The term 'climate change' usually refers to the recent and ongoing increase in global average temperature near the earth's surface. Although natural factors also affect climate change, since the early 1900s climate change has mostly been caused by human activities that release a large amount greenhouse gases - such as carbon dioxide and methane - into the atmosphere. The main activities that contribute to an increase in greenhouse gas emissions have been the burning of fossil fuels, land use, and agriculture. The MedAgri region, already one of the world's driest regions, will be among the hardest hit by the effects of climate change and is expected to experience greater warming trends than the global annual mean. Indications of a changing climate are already clearly evident in the region, with common issues including water scarcity, desertification, salinization and sea-level rise.
The agricultural sector is both highly exposed and vulnerable to the effects of climate change. Changing mean temperatures, increasing rainfall variability and extreme climate change events (such as heat waves, floods and droughts) will have a significant impact on agriculture, including crop growth and quality, livestock health and an increase in weed and pest proliferation, which poses a big threat to global food security. In the MedAgri region, projected temperature rises are likely to increase crop-water requirements, thereby directly decreasing crop water use efficiency and increasing irrigation demands of the agriculture sector. Additionally, temperature increases are expected to have an adverse effect on livestock and fish production.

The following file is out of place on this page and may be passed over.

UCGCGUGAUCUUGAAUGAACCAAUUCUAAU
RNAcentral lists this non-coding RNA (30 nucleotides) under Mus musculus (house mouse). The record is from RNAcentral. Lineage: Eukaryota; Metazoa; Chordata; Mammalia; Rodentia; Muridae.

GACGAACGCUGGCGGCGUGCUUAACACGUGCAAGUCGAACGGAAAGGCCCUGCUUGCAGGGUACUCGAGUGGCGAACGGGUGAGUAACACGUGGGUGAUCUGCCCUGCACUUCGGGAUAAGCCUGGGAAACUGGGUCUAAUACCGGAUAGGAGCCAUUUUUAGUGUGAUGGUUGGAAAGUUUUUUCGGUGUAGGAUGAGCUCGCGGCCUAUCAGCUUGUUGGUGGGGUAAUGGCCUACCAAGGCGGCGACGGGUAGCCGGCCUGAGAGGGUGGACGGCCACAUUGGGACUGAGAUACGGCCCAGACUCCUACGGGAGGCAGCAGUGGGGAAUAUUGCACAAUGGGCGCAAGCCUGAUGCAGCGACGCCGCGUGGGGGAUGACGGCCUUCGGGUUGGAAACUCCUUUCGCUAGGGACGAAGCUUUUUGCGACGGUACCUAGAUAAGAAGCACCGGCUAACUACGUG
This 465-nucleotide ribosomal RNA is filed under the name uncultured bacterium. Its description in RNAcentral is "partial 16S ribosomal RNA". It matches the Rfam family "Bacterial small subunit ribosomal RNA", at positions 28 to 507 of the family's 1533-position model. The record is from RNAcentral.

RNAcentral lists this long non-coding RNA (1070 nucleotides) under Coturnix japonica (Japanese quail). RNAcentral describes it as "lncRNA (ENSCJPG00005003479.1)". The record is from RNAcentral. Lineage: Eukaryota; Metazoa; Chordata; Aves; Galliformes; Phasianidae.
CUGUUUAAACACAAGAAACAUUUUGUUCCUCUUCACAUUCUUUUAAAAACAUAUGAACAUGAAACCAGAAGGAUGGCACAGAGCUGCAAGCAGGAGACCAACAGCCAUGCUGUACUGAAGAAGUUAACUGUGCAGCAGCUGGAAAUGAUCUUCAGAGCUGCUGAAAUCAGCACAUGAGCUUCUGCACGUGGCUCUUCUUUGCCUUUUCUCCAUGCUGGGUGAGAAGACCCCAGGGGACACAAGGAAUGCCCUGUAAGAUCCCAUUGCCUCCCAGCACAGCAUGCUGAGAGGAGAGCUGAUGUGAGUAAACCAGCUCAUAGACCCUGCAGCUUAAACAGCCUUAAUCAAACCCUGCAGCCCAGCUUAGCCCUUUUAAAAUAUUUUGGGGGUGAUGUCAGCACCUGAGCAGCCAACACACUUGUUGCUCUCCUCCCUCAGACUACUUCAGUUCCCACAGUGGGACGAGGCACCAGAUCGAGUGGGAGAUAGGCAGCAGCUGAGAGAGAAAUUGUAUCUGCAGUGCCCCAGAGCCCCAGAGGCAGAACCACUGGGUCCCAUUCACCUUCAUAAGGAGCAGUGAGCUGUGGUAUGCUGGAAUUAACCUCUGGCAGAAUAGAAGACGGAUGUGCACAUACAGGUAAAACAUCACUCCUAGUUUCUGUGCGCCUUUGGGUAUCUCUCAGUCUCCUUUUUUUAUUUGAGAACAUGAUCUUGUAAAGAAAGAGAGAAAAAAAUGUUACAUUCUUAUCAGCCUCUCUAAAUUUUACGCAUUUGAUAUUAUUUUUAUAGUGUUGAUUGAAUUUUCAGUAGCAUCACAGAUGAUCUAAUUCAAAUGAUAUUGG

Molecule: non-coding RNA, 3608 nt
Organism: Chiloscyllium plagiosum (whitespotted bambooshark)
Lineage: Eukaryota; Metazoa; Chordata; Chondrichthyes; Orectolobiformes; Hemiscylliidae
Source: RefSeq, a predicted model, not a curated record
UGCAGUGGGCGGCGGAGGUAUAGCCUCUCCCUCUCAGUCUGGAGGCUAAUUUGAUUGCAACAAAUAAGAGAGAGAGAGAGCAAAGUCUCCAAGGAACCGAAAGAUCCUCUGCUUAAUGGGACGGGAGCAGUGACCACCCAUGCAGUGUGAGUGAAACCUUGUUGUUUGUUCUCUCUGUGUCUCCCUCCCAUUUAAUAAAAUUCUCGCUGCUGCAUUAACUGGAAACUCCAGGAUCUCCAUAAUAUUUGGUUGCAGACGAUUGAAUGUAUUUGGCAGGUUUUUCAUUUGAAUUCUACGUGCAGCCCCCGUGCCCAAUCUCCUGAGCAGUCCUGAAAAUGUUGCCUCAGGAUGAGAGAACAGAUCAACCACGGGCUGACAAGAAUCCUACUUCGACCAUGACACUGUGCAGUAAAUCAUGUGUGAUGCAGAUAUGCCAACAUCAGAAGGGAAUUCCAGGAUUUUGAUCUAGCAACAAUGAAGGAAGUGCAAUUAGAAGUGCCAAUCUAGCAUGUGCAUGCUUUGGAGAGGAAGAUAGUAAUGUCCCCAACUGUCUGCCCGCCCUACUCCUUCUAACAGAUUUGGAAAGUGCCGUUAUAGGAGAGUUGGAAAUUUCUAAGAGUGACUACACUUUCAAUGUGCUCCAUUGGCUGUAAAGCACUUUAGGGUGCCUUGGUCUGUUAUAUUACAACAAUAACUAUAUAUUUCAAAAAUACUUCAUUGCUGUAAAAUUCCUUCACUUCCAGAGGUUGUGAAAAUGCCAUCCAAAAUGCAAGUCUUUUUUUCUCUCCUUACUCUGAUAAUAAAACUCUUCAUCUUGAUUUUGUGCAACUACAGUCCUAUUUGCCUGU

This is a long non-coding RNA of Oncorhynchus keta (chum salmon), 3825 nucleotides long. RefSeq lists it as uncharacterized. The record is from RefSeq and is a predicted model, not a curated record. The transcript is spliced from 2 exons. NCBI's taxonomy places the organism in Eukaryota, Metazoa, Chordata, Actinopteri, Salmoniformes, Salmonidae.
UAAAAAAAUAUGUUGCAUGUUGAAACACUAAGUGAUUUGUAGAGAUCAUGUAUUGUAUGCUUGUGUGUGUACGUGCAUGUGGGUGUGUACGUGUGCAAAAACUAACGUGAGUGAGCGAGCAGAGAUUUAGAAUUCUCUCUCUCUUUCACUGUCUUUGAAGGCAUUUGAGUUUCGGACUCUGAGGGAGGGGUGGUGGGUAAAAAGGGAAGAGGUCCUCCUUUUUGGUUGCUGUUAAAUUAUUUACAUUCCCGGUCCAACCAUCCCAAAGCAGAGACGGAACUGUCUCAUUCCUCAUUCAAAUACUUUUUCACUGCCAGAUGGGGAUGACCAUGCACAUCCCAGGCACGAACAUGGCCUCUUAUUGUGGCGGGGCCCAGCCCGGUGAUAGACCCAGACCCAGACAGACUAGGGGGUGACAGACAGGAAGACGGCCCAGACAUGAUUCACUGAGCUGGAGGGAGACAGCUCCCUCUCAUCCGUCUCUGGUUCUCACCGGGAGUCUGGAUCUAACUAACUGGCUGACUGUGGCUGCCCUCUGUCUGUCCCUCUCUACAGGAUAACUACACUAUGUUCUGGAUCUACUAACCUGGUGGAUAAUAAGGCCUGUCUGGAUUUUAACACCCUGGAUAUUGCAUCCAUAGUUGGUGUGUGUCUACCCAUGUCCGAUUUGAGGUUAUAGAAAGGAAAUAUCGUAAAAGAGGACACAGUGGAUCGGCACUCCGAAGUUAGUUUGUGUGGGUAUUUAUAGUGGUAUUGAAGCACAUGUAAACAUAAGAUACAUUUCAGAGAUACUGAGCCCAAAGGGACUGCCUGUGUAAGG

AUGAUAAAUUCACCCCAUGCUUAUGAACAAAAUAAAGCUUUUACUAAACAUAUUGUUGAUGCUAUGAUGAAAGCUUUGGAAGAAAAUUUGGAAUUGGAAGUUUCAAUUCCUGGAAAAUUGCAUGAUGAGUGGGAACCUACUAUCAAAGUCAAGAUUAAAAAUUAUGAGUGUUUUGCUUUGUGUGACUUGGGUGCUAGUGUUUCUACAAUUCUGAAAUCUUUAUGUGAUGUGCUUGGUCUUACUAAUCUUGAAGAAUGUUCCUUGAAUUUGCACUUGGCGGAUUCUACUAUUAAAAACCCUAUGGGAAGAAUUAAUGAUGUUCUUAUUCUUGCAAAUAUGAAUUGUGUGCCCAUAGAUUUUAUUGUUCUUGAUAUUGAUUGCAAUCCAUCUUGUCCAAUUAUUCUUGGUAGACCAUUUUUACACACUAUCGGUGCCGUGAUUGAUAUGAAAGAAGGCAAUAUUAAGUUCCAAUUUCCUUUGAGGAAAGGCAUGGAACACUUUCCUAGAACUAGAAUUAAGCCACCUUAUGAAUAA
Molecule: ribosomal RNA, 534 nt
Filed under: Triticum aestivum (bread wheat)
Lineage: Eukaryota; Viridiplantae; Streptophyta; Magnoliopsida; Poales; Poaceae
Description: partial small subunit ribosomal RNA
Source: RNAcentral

At the same time that climate change is
affecting agriculture, agriculture is also affecting climate change, primarily
through the emission of greenhouse gases (GHG) such as methane, carbon dioxide and
nitrous oxide. GHG emissions from agriculture contribute to
approximately 13% of global GHG emissions. As a major contributor to climate change, agriculture consequently has the potential to be an important part of the solution through reducing a significant amount of greenhouse gas emissions. In the MedAgri region, GHG emissions mostly comes from agricultural soils, enteric fermentation, and manure management. The MedAgri region's contribution to worldwide GHG emissions is small, yet all 4 countries in the region continue to take practical steps to reduce greenhouse gas emissions, including energy saving projects, projects to control energy use and the promotion of renewable energy sources.
For more information on the sector, please contact Bjorn Conrad at Bjorn.Conrad@fao.org